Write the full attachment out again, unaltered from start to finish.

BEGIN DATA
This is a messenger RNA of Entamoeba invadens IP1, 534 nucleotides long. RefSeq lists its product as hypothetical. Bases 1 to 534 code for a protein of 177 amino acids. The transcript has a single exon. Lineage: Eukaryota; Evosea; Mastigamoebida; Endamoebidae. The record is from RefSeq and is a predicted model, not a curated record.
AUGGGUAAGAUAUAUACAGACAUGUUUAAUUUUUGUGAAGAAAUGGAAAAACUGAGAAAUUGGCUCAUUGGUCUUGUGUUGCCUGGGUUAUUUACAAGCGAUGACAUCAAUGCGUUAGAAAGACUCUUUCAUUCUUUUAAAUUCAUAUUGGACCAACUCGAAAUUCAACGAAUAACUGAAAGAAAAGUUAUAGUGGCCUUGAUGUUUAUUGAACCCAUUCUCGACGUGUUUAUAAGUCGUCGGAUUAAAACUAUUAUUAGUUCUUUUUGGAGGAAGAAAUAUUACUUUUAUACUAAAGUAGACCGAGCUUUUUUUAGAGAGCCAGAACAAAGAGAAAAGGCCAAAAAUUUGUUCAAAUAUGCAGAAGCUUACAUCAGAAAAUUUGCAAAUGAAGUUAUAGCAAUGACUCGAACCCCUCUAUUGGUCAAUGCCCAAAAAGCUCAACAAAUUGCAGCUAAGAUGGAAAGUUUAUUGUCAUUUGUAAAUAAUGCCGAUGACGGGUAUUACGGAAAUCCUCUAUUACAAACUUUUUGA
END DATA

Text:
This is a messenger RNA of Entamoeba invadens IP1, 534 nucleotides long. RefSeq lists its product as hypothetical. Bases 1 to 534 code for a protein of 177 amino acids. The transcript has a single exon. Lineage: Eukaryota; Evosea; Mastigamoebida; Endamoebidae. The record is from RefSeq and is a predicted model, not a curated record.
AUGGGUAAGAUAUAUACAGACAUGUUUAAUUUUUGUGAAGAAAUGGAAAAACUGAGAAAUUGGCUCAUUGGUCUUGUGUUGCCUGGGUUAUUUACAAGCGAUGACAUCAAUGCGUUAGAAAGACUCUUUCAUUCUUUUAAAUUCAUAUUGGACCAACUCGAAAUUCAACGAAUAACUGAAAGAAAAGUUAUAGUGGCCUUGAUGUUUAUUGAACCCAUUCUCGACGUGUUUAUAAGUCGUCGGAUUAAAACUAUUAUUAGUUCUUUUUGGAGGAAGAAAUAUUACUUUUAUACUAAAGUAGACCGAGCUUUUUUUAGAGAGCCAGAACAAAGAGAAAAGGCCAAAAAUUUGUUCAAAUAUGCAGAAGCUUACAUCAGAAAAUUUGCAAAUGAAGUUAUAGCAAUGACUCGAACCCCUCUAUUGGUCAAUGCCCAAAAAGCUCAACAAAUUGCAGCUAAGAUGGAAAGUUUAUUGUCAUUUGUAAAUAAUGCCGAUGACGGGUAUUACGGAAAUCCUCUAUUACAAACUUUUUGA